Friday, July 22, 2011

Salmon Cakes

We love our wild Pacific salmon, generally grilled outside and with a touch of olive oil brushed gently on both sides, sprinkled with lemon pepper, and usually with a little extra freshly ground black pepper. For us it doesn't get much better... unless of course you have some left over, as we normally do, and then, you might consider the following.

One of my favorite food blogs that I frequent is Mary's One Perfect Bite, and earlier this month she offered the following recipe that was developed by Ina Garten. I changed only a few things: instead of 1/2 cup of red bell and 1/2 cup yellow bell pepper, 1 cup of only the red was used as that was on hand; and I decided on only 1/2 cup of bread crumbs (see note below).

Salmon Cakes from Diana's kitchen courtesy of Ina Garten

1/2 pound fresh salmon, grilled or baked, then chilled
Extra Virgin olive oil
Kosher salt and black pepper
4 tablespoons unsalted butter
3/4 cup small-diced red onion (1 small onion)
1 1/2 cups small-diced celery (4 stalks)
1/2 cup small-diced red bell pepper (1 small pepper)
1/2 cup small-diced yellow bell pepper (1 small pepper)
1/4 cup minced fresh flat-leaf parsley
1 tablespoon capers, drained
1/4 teaspoon hot sauce (recommended: Tabasco)
1/2 teaspoon Worcestershire sauce
1 1/2 teaspoons crab boil (Old Bay) seasoning
1/2 teaspoon Kosher salt
1/2 teaspoon freshly ground black pepper
3 slices stale bread, crusts removed
1/2 cup good mayonnaise
2 teaspoons Dijon mustard
2 extra-large eggs, lightly beaten

If the salmon is not already prepared from a previous dinner, then use the following procedure: Preheat the oven to 350 degrees F. Place the salmon on a sheet pan, skin side down. Brush with olive oil and sprinkle with salt and pepper. Roast for 15 to 20 minutes, until just cooked. Remove from the oven and cover tightly with aluminum foil. Allow to rest for 10 minutes, remove the skin, and refrigerate until cold.

Meanwhile, place 2 tablespoons of the butter, 2 tablespoons olive oil, the onion, celery, red and yellow bell peppers, parsley, capers, hot sauce, Worcestershire sauce, crab boil seasoning, 1/2 teaspoon salt, and 1/2 teaspoon pepper in a large saute pan over medium-low heat and cook until the vegetables are soft, approximately 15 to 20 minutes. Cool to room temperature.

Break the bread slices in pieces and process the bread in a food processor fitted with a steel blade. You should have about 1 cup of bread crumbs. Place the bread crumbs on a sheet pan and toast in the oven for 5 minutes until lightly browned, tossing occasionally.

Flake the chilled salmon into a large bowl. Add the bread crumbs, mayonnaise, mustard, and eggs. Add the vegetable mixture and mix well. Cover and chill in the refrigerator for 30 minutes. Shape into 10 (2 1/2 to 3-ounce) cakes.

Heat the remaining 2 tablespoons butter and 2 tablespoons olive oil in a large saute pan over medium heat. In batches, add the salmon cakes and fry for 3 to 4 minutes on each side, until browned. Drain on paper towels; keep them warm in a preheated 250 degree F oven and serve hot.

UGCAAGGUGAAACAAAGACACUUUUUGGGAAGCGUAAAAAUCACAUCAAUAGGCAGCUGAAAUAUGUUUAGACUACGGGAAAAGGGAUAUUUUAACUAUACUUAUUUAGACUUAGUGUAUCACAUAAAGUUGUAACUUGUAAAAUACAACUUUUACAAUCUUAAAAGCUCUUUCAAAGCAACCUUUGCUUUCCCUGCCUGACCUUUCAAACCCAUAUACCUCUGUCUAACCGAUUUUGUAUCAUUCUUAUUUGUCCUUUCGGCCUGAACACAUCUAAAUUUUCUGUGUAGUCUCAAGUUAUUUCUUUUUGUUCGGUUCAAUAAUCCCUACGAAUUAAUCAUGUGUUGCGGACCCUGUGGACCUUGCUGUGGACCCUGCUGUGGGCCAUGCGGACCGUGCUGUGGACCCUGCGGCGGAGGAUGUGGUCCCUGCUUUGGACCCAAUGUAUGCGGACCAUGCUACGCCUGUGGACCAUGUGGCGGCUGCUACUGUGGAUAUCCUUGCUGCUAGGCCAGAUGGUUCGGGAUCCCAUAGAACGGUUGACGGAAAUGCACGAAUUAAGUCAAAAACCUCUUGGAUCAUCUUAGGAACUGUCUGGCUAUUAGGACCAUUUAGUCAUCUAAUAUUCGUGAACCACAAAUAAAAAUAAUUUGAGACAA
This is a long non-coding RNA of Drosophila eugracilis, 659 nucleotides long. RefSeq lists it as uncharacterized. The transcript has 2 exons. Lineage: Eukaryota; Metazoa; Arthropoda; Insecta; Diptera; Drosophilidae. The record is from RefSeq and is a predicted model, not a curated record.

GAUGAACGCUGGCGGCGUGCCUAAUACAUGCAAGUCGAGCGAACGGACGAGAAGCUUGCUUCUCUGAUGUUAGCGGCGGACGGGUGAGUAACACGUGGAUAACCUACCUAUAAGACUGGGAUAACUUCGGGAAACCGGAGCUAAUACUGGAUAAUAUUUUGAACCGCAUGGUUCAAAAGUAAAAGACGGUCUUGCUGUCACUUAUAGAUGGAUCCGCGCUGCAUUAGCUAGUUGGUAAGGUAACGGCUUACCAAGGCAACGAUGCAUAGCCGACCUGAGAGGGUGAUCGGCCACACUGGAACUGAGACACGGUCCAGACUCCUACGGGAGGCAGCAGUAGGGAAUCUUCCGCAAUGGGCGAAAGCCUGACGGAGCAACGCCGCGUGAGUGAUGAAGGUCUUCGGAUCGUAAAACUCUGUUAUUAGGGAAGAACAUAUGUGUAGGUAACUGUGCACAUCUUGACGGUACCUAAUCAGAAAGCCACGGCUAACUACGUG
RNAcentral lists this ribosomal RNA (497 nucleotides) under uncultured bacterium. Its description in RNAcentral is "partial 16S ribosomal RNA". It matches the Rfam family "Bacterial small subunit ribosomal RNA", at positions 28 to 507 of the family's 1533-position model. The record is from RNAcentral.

Notes from my kitchen: Substituted for the red onion was a sweet white Walla Walla from the garden. Only 1/2 cup of bread crumbs was used, and that goes back to having lived on the east coast for so many years and enjoyed Maryland crab cakes, the best of which had no crumbs. The difficulty is that they tend to break apart easily, so I made the cakes smaller (about 3" in diameter) for better ease of turning them over in the saute pan.

If you like salmon as we do, then you are going to love this recipe... so full of wonderful flavor, tender, sweet. (I've made them twice this month.) Should you like wine with your dinner, add a nice chilled glass of a buttery Chardonnay. Does it get any better than this?

bon appétit!

Thursday, July 14, 2011

Full Buck Moon

It was nearly a Full Buck Moon as we returned home following a wonderful dinner with friends. The moon that had been sandwiched between two layers of clouds, now appeared to ride high in the pastel sky. With camera in hand, we backtracked to capture some of the evening.

According to the Farmer's Almanac, July's Full Moon has also been called Hay Moon and Thunder Moon.

Tuesday, July 5, 2011

4th of July Harvest: The Brassicas

We finally had a warm and sunny yesterday, 81° F, and with an expected high of 86° over the next several days, we made our early morning rounds in the garden. It was a major harvest day for the Brassicas: broccoli, Cauliflowers Graffiti, Cheddar and Snow Crown, Cabbage Stonehead, and the various types of kale. (The slugs were horrific, but I managed to pick most of them off the cabbage and cauliflower leaves and send at least 60 of them to slug hell. Placing them in a sink filled with cold water and a little salt, brought the remaining ones out.)

We shared one of the beautiful white heads of cauliflower with a neighbor, another was made into cauliflower soup, three were cut into florets, blanched and frozen, and I see Roasted Cauliflower in the not too distant future with the remaining head. Today I shall tend to the kale and cabbage.

We hope you had a safe, fun-filled 4th of July
and that you took a moment to ponder the meaning.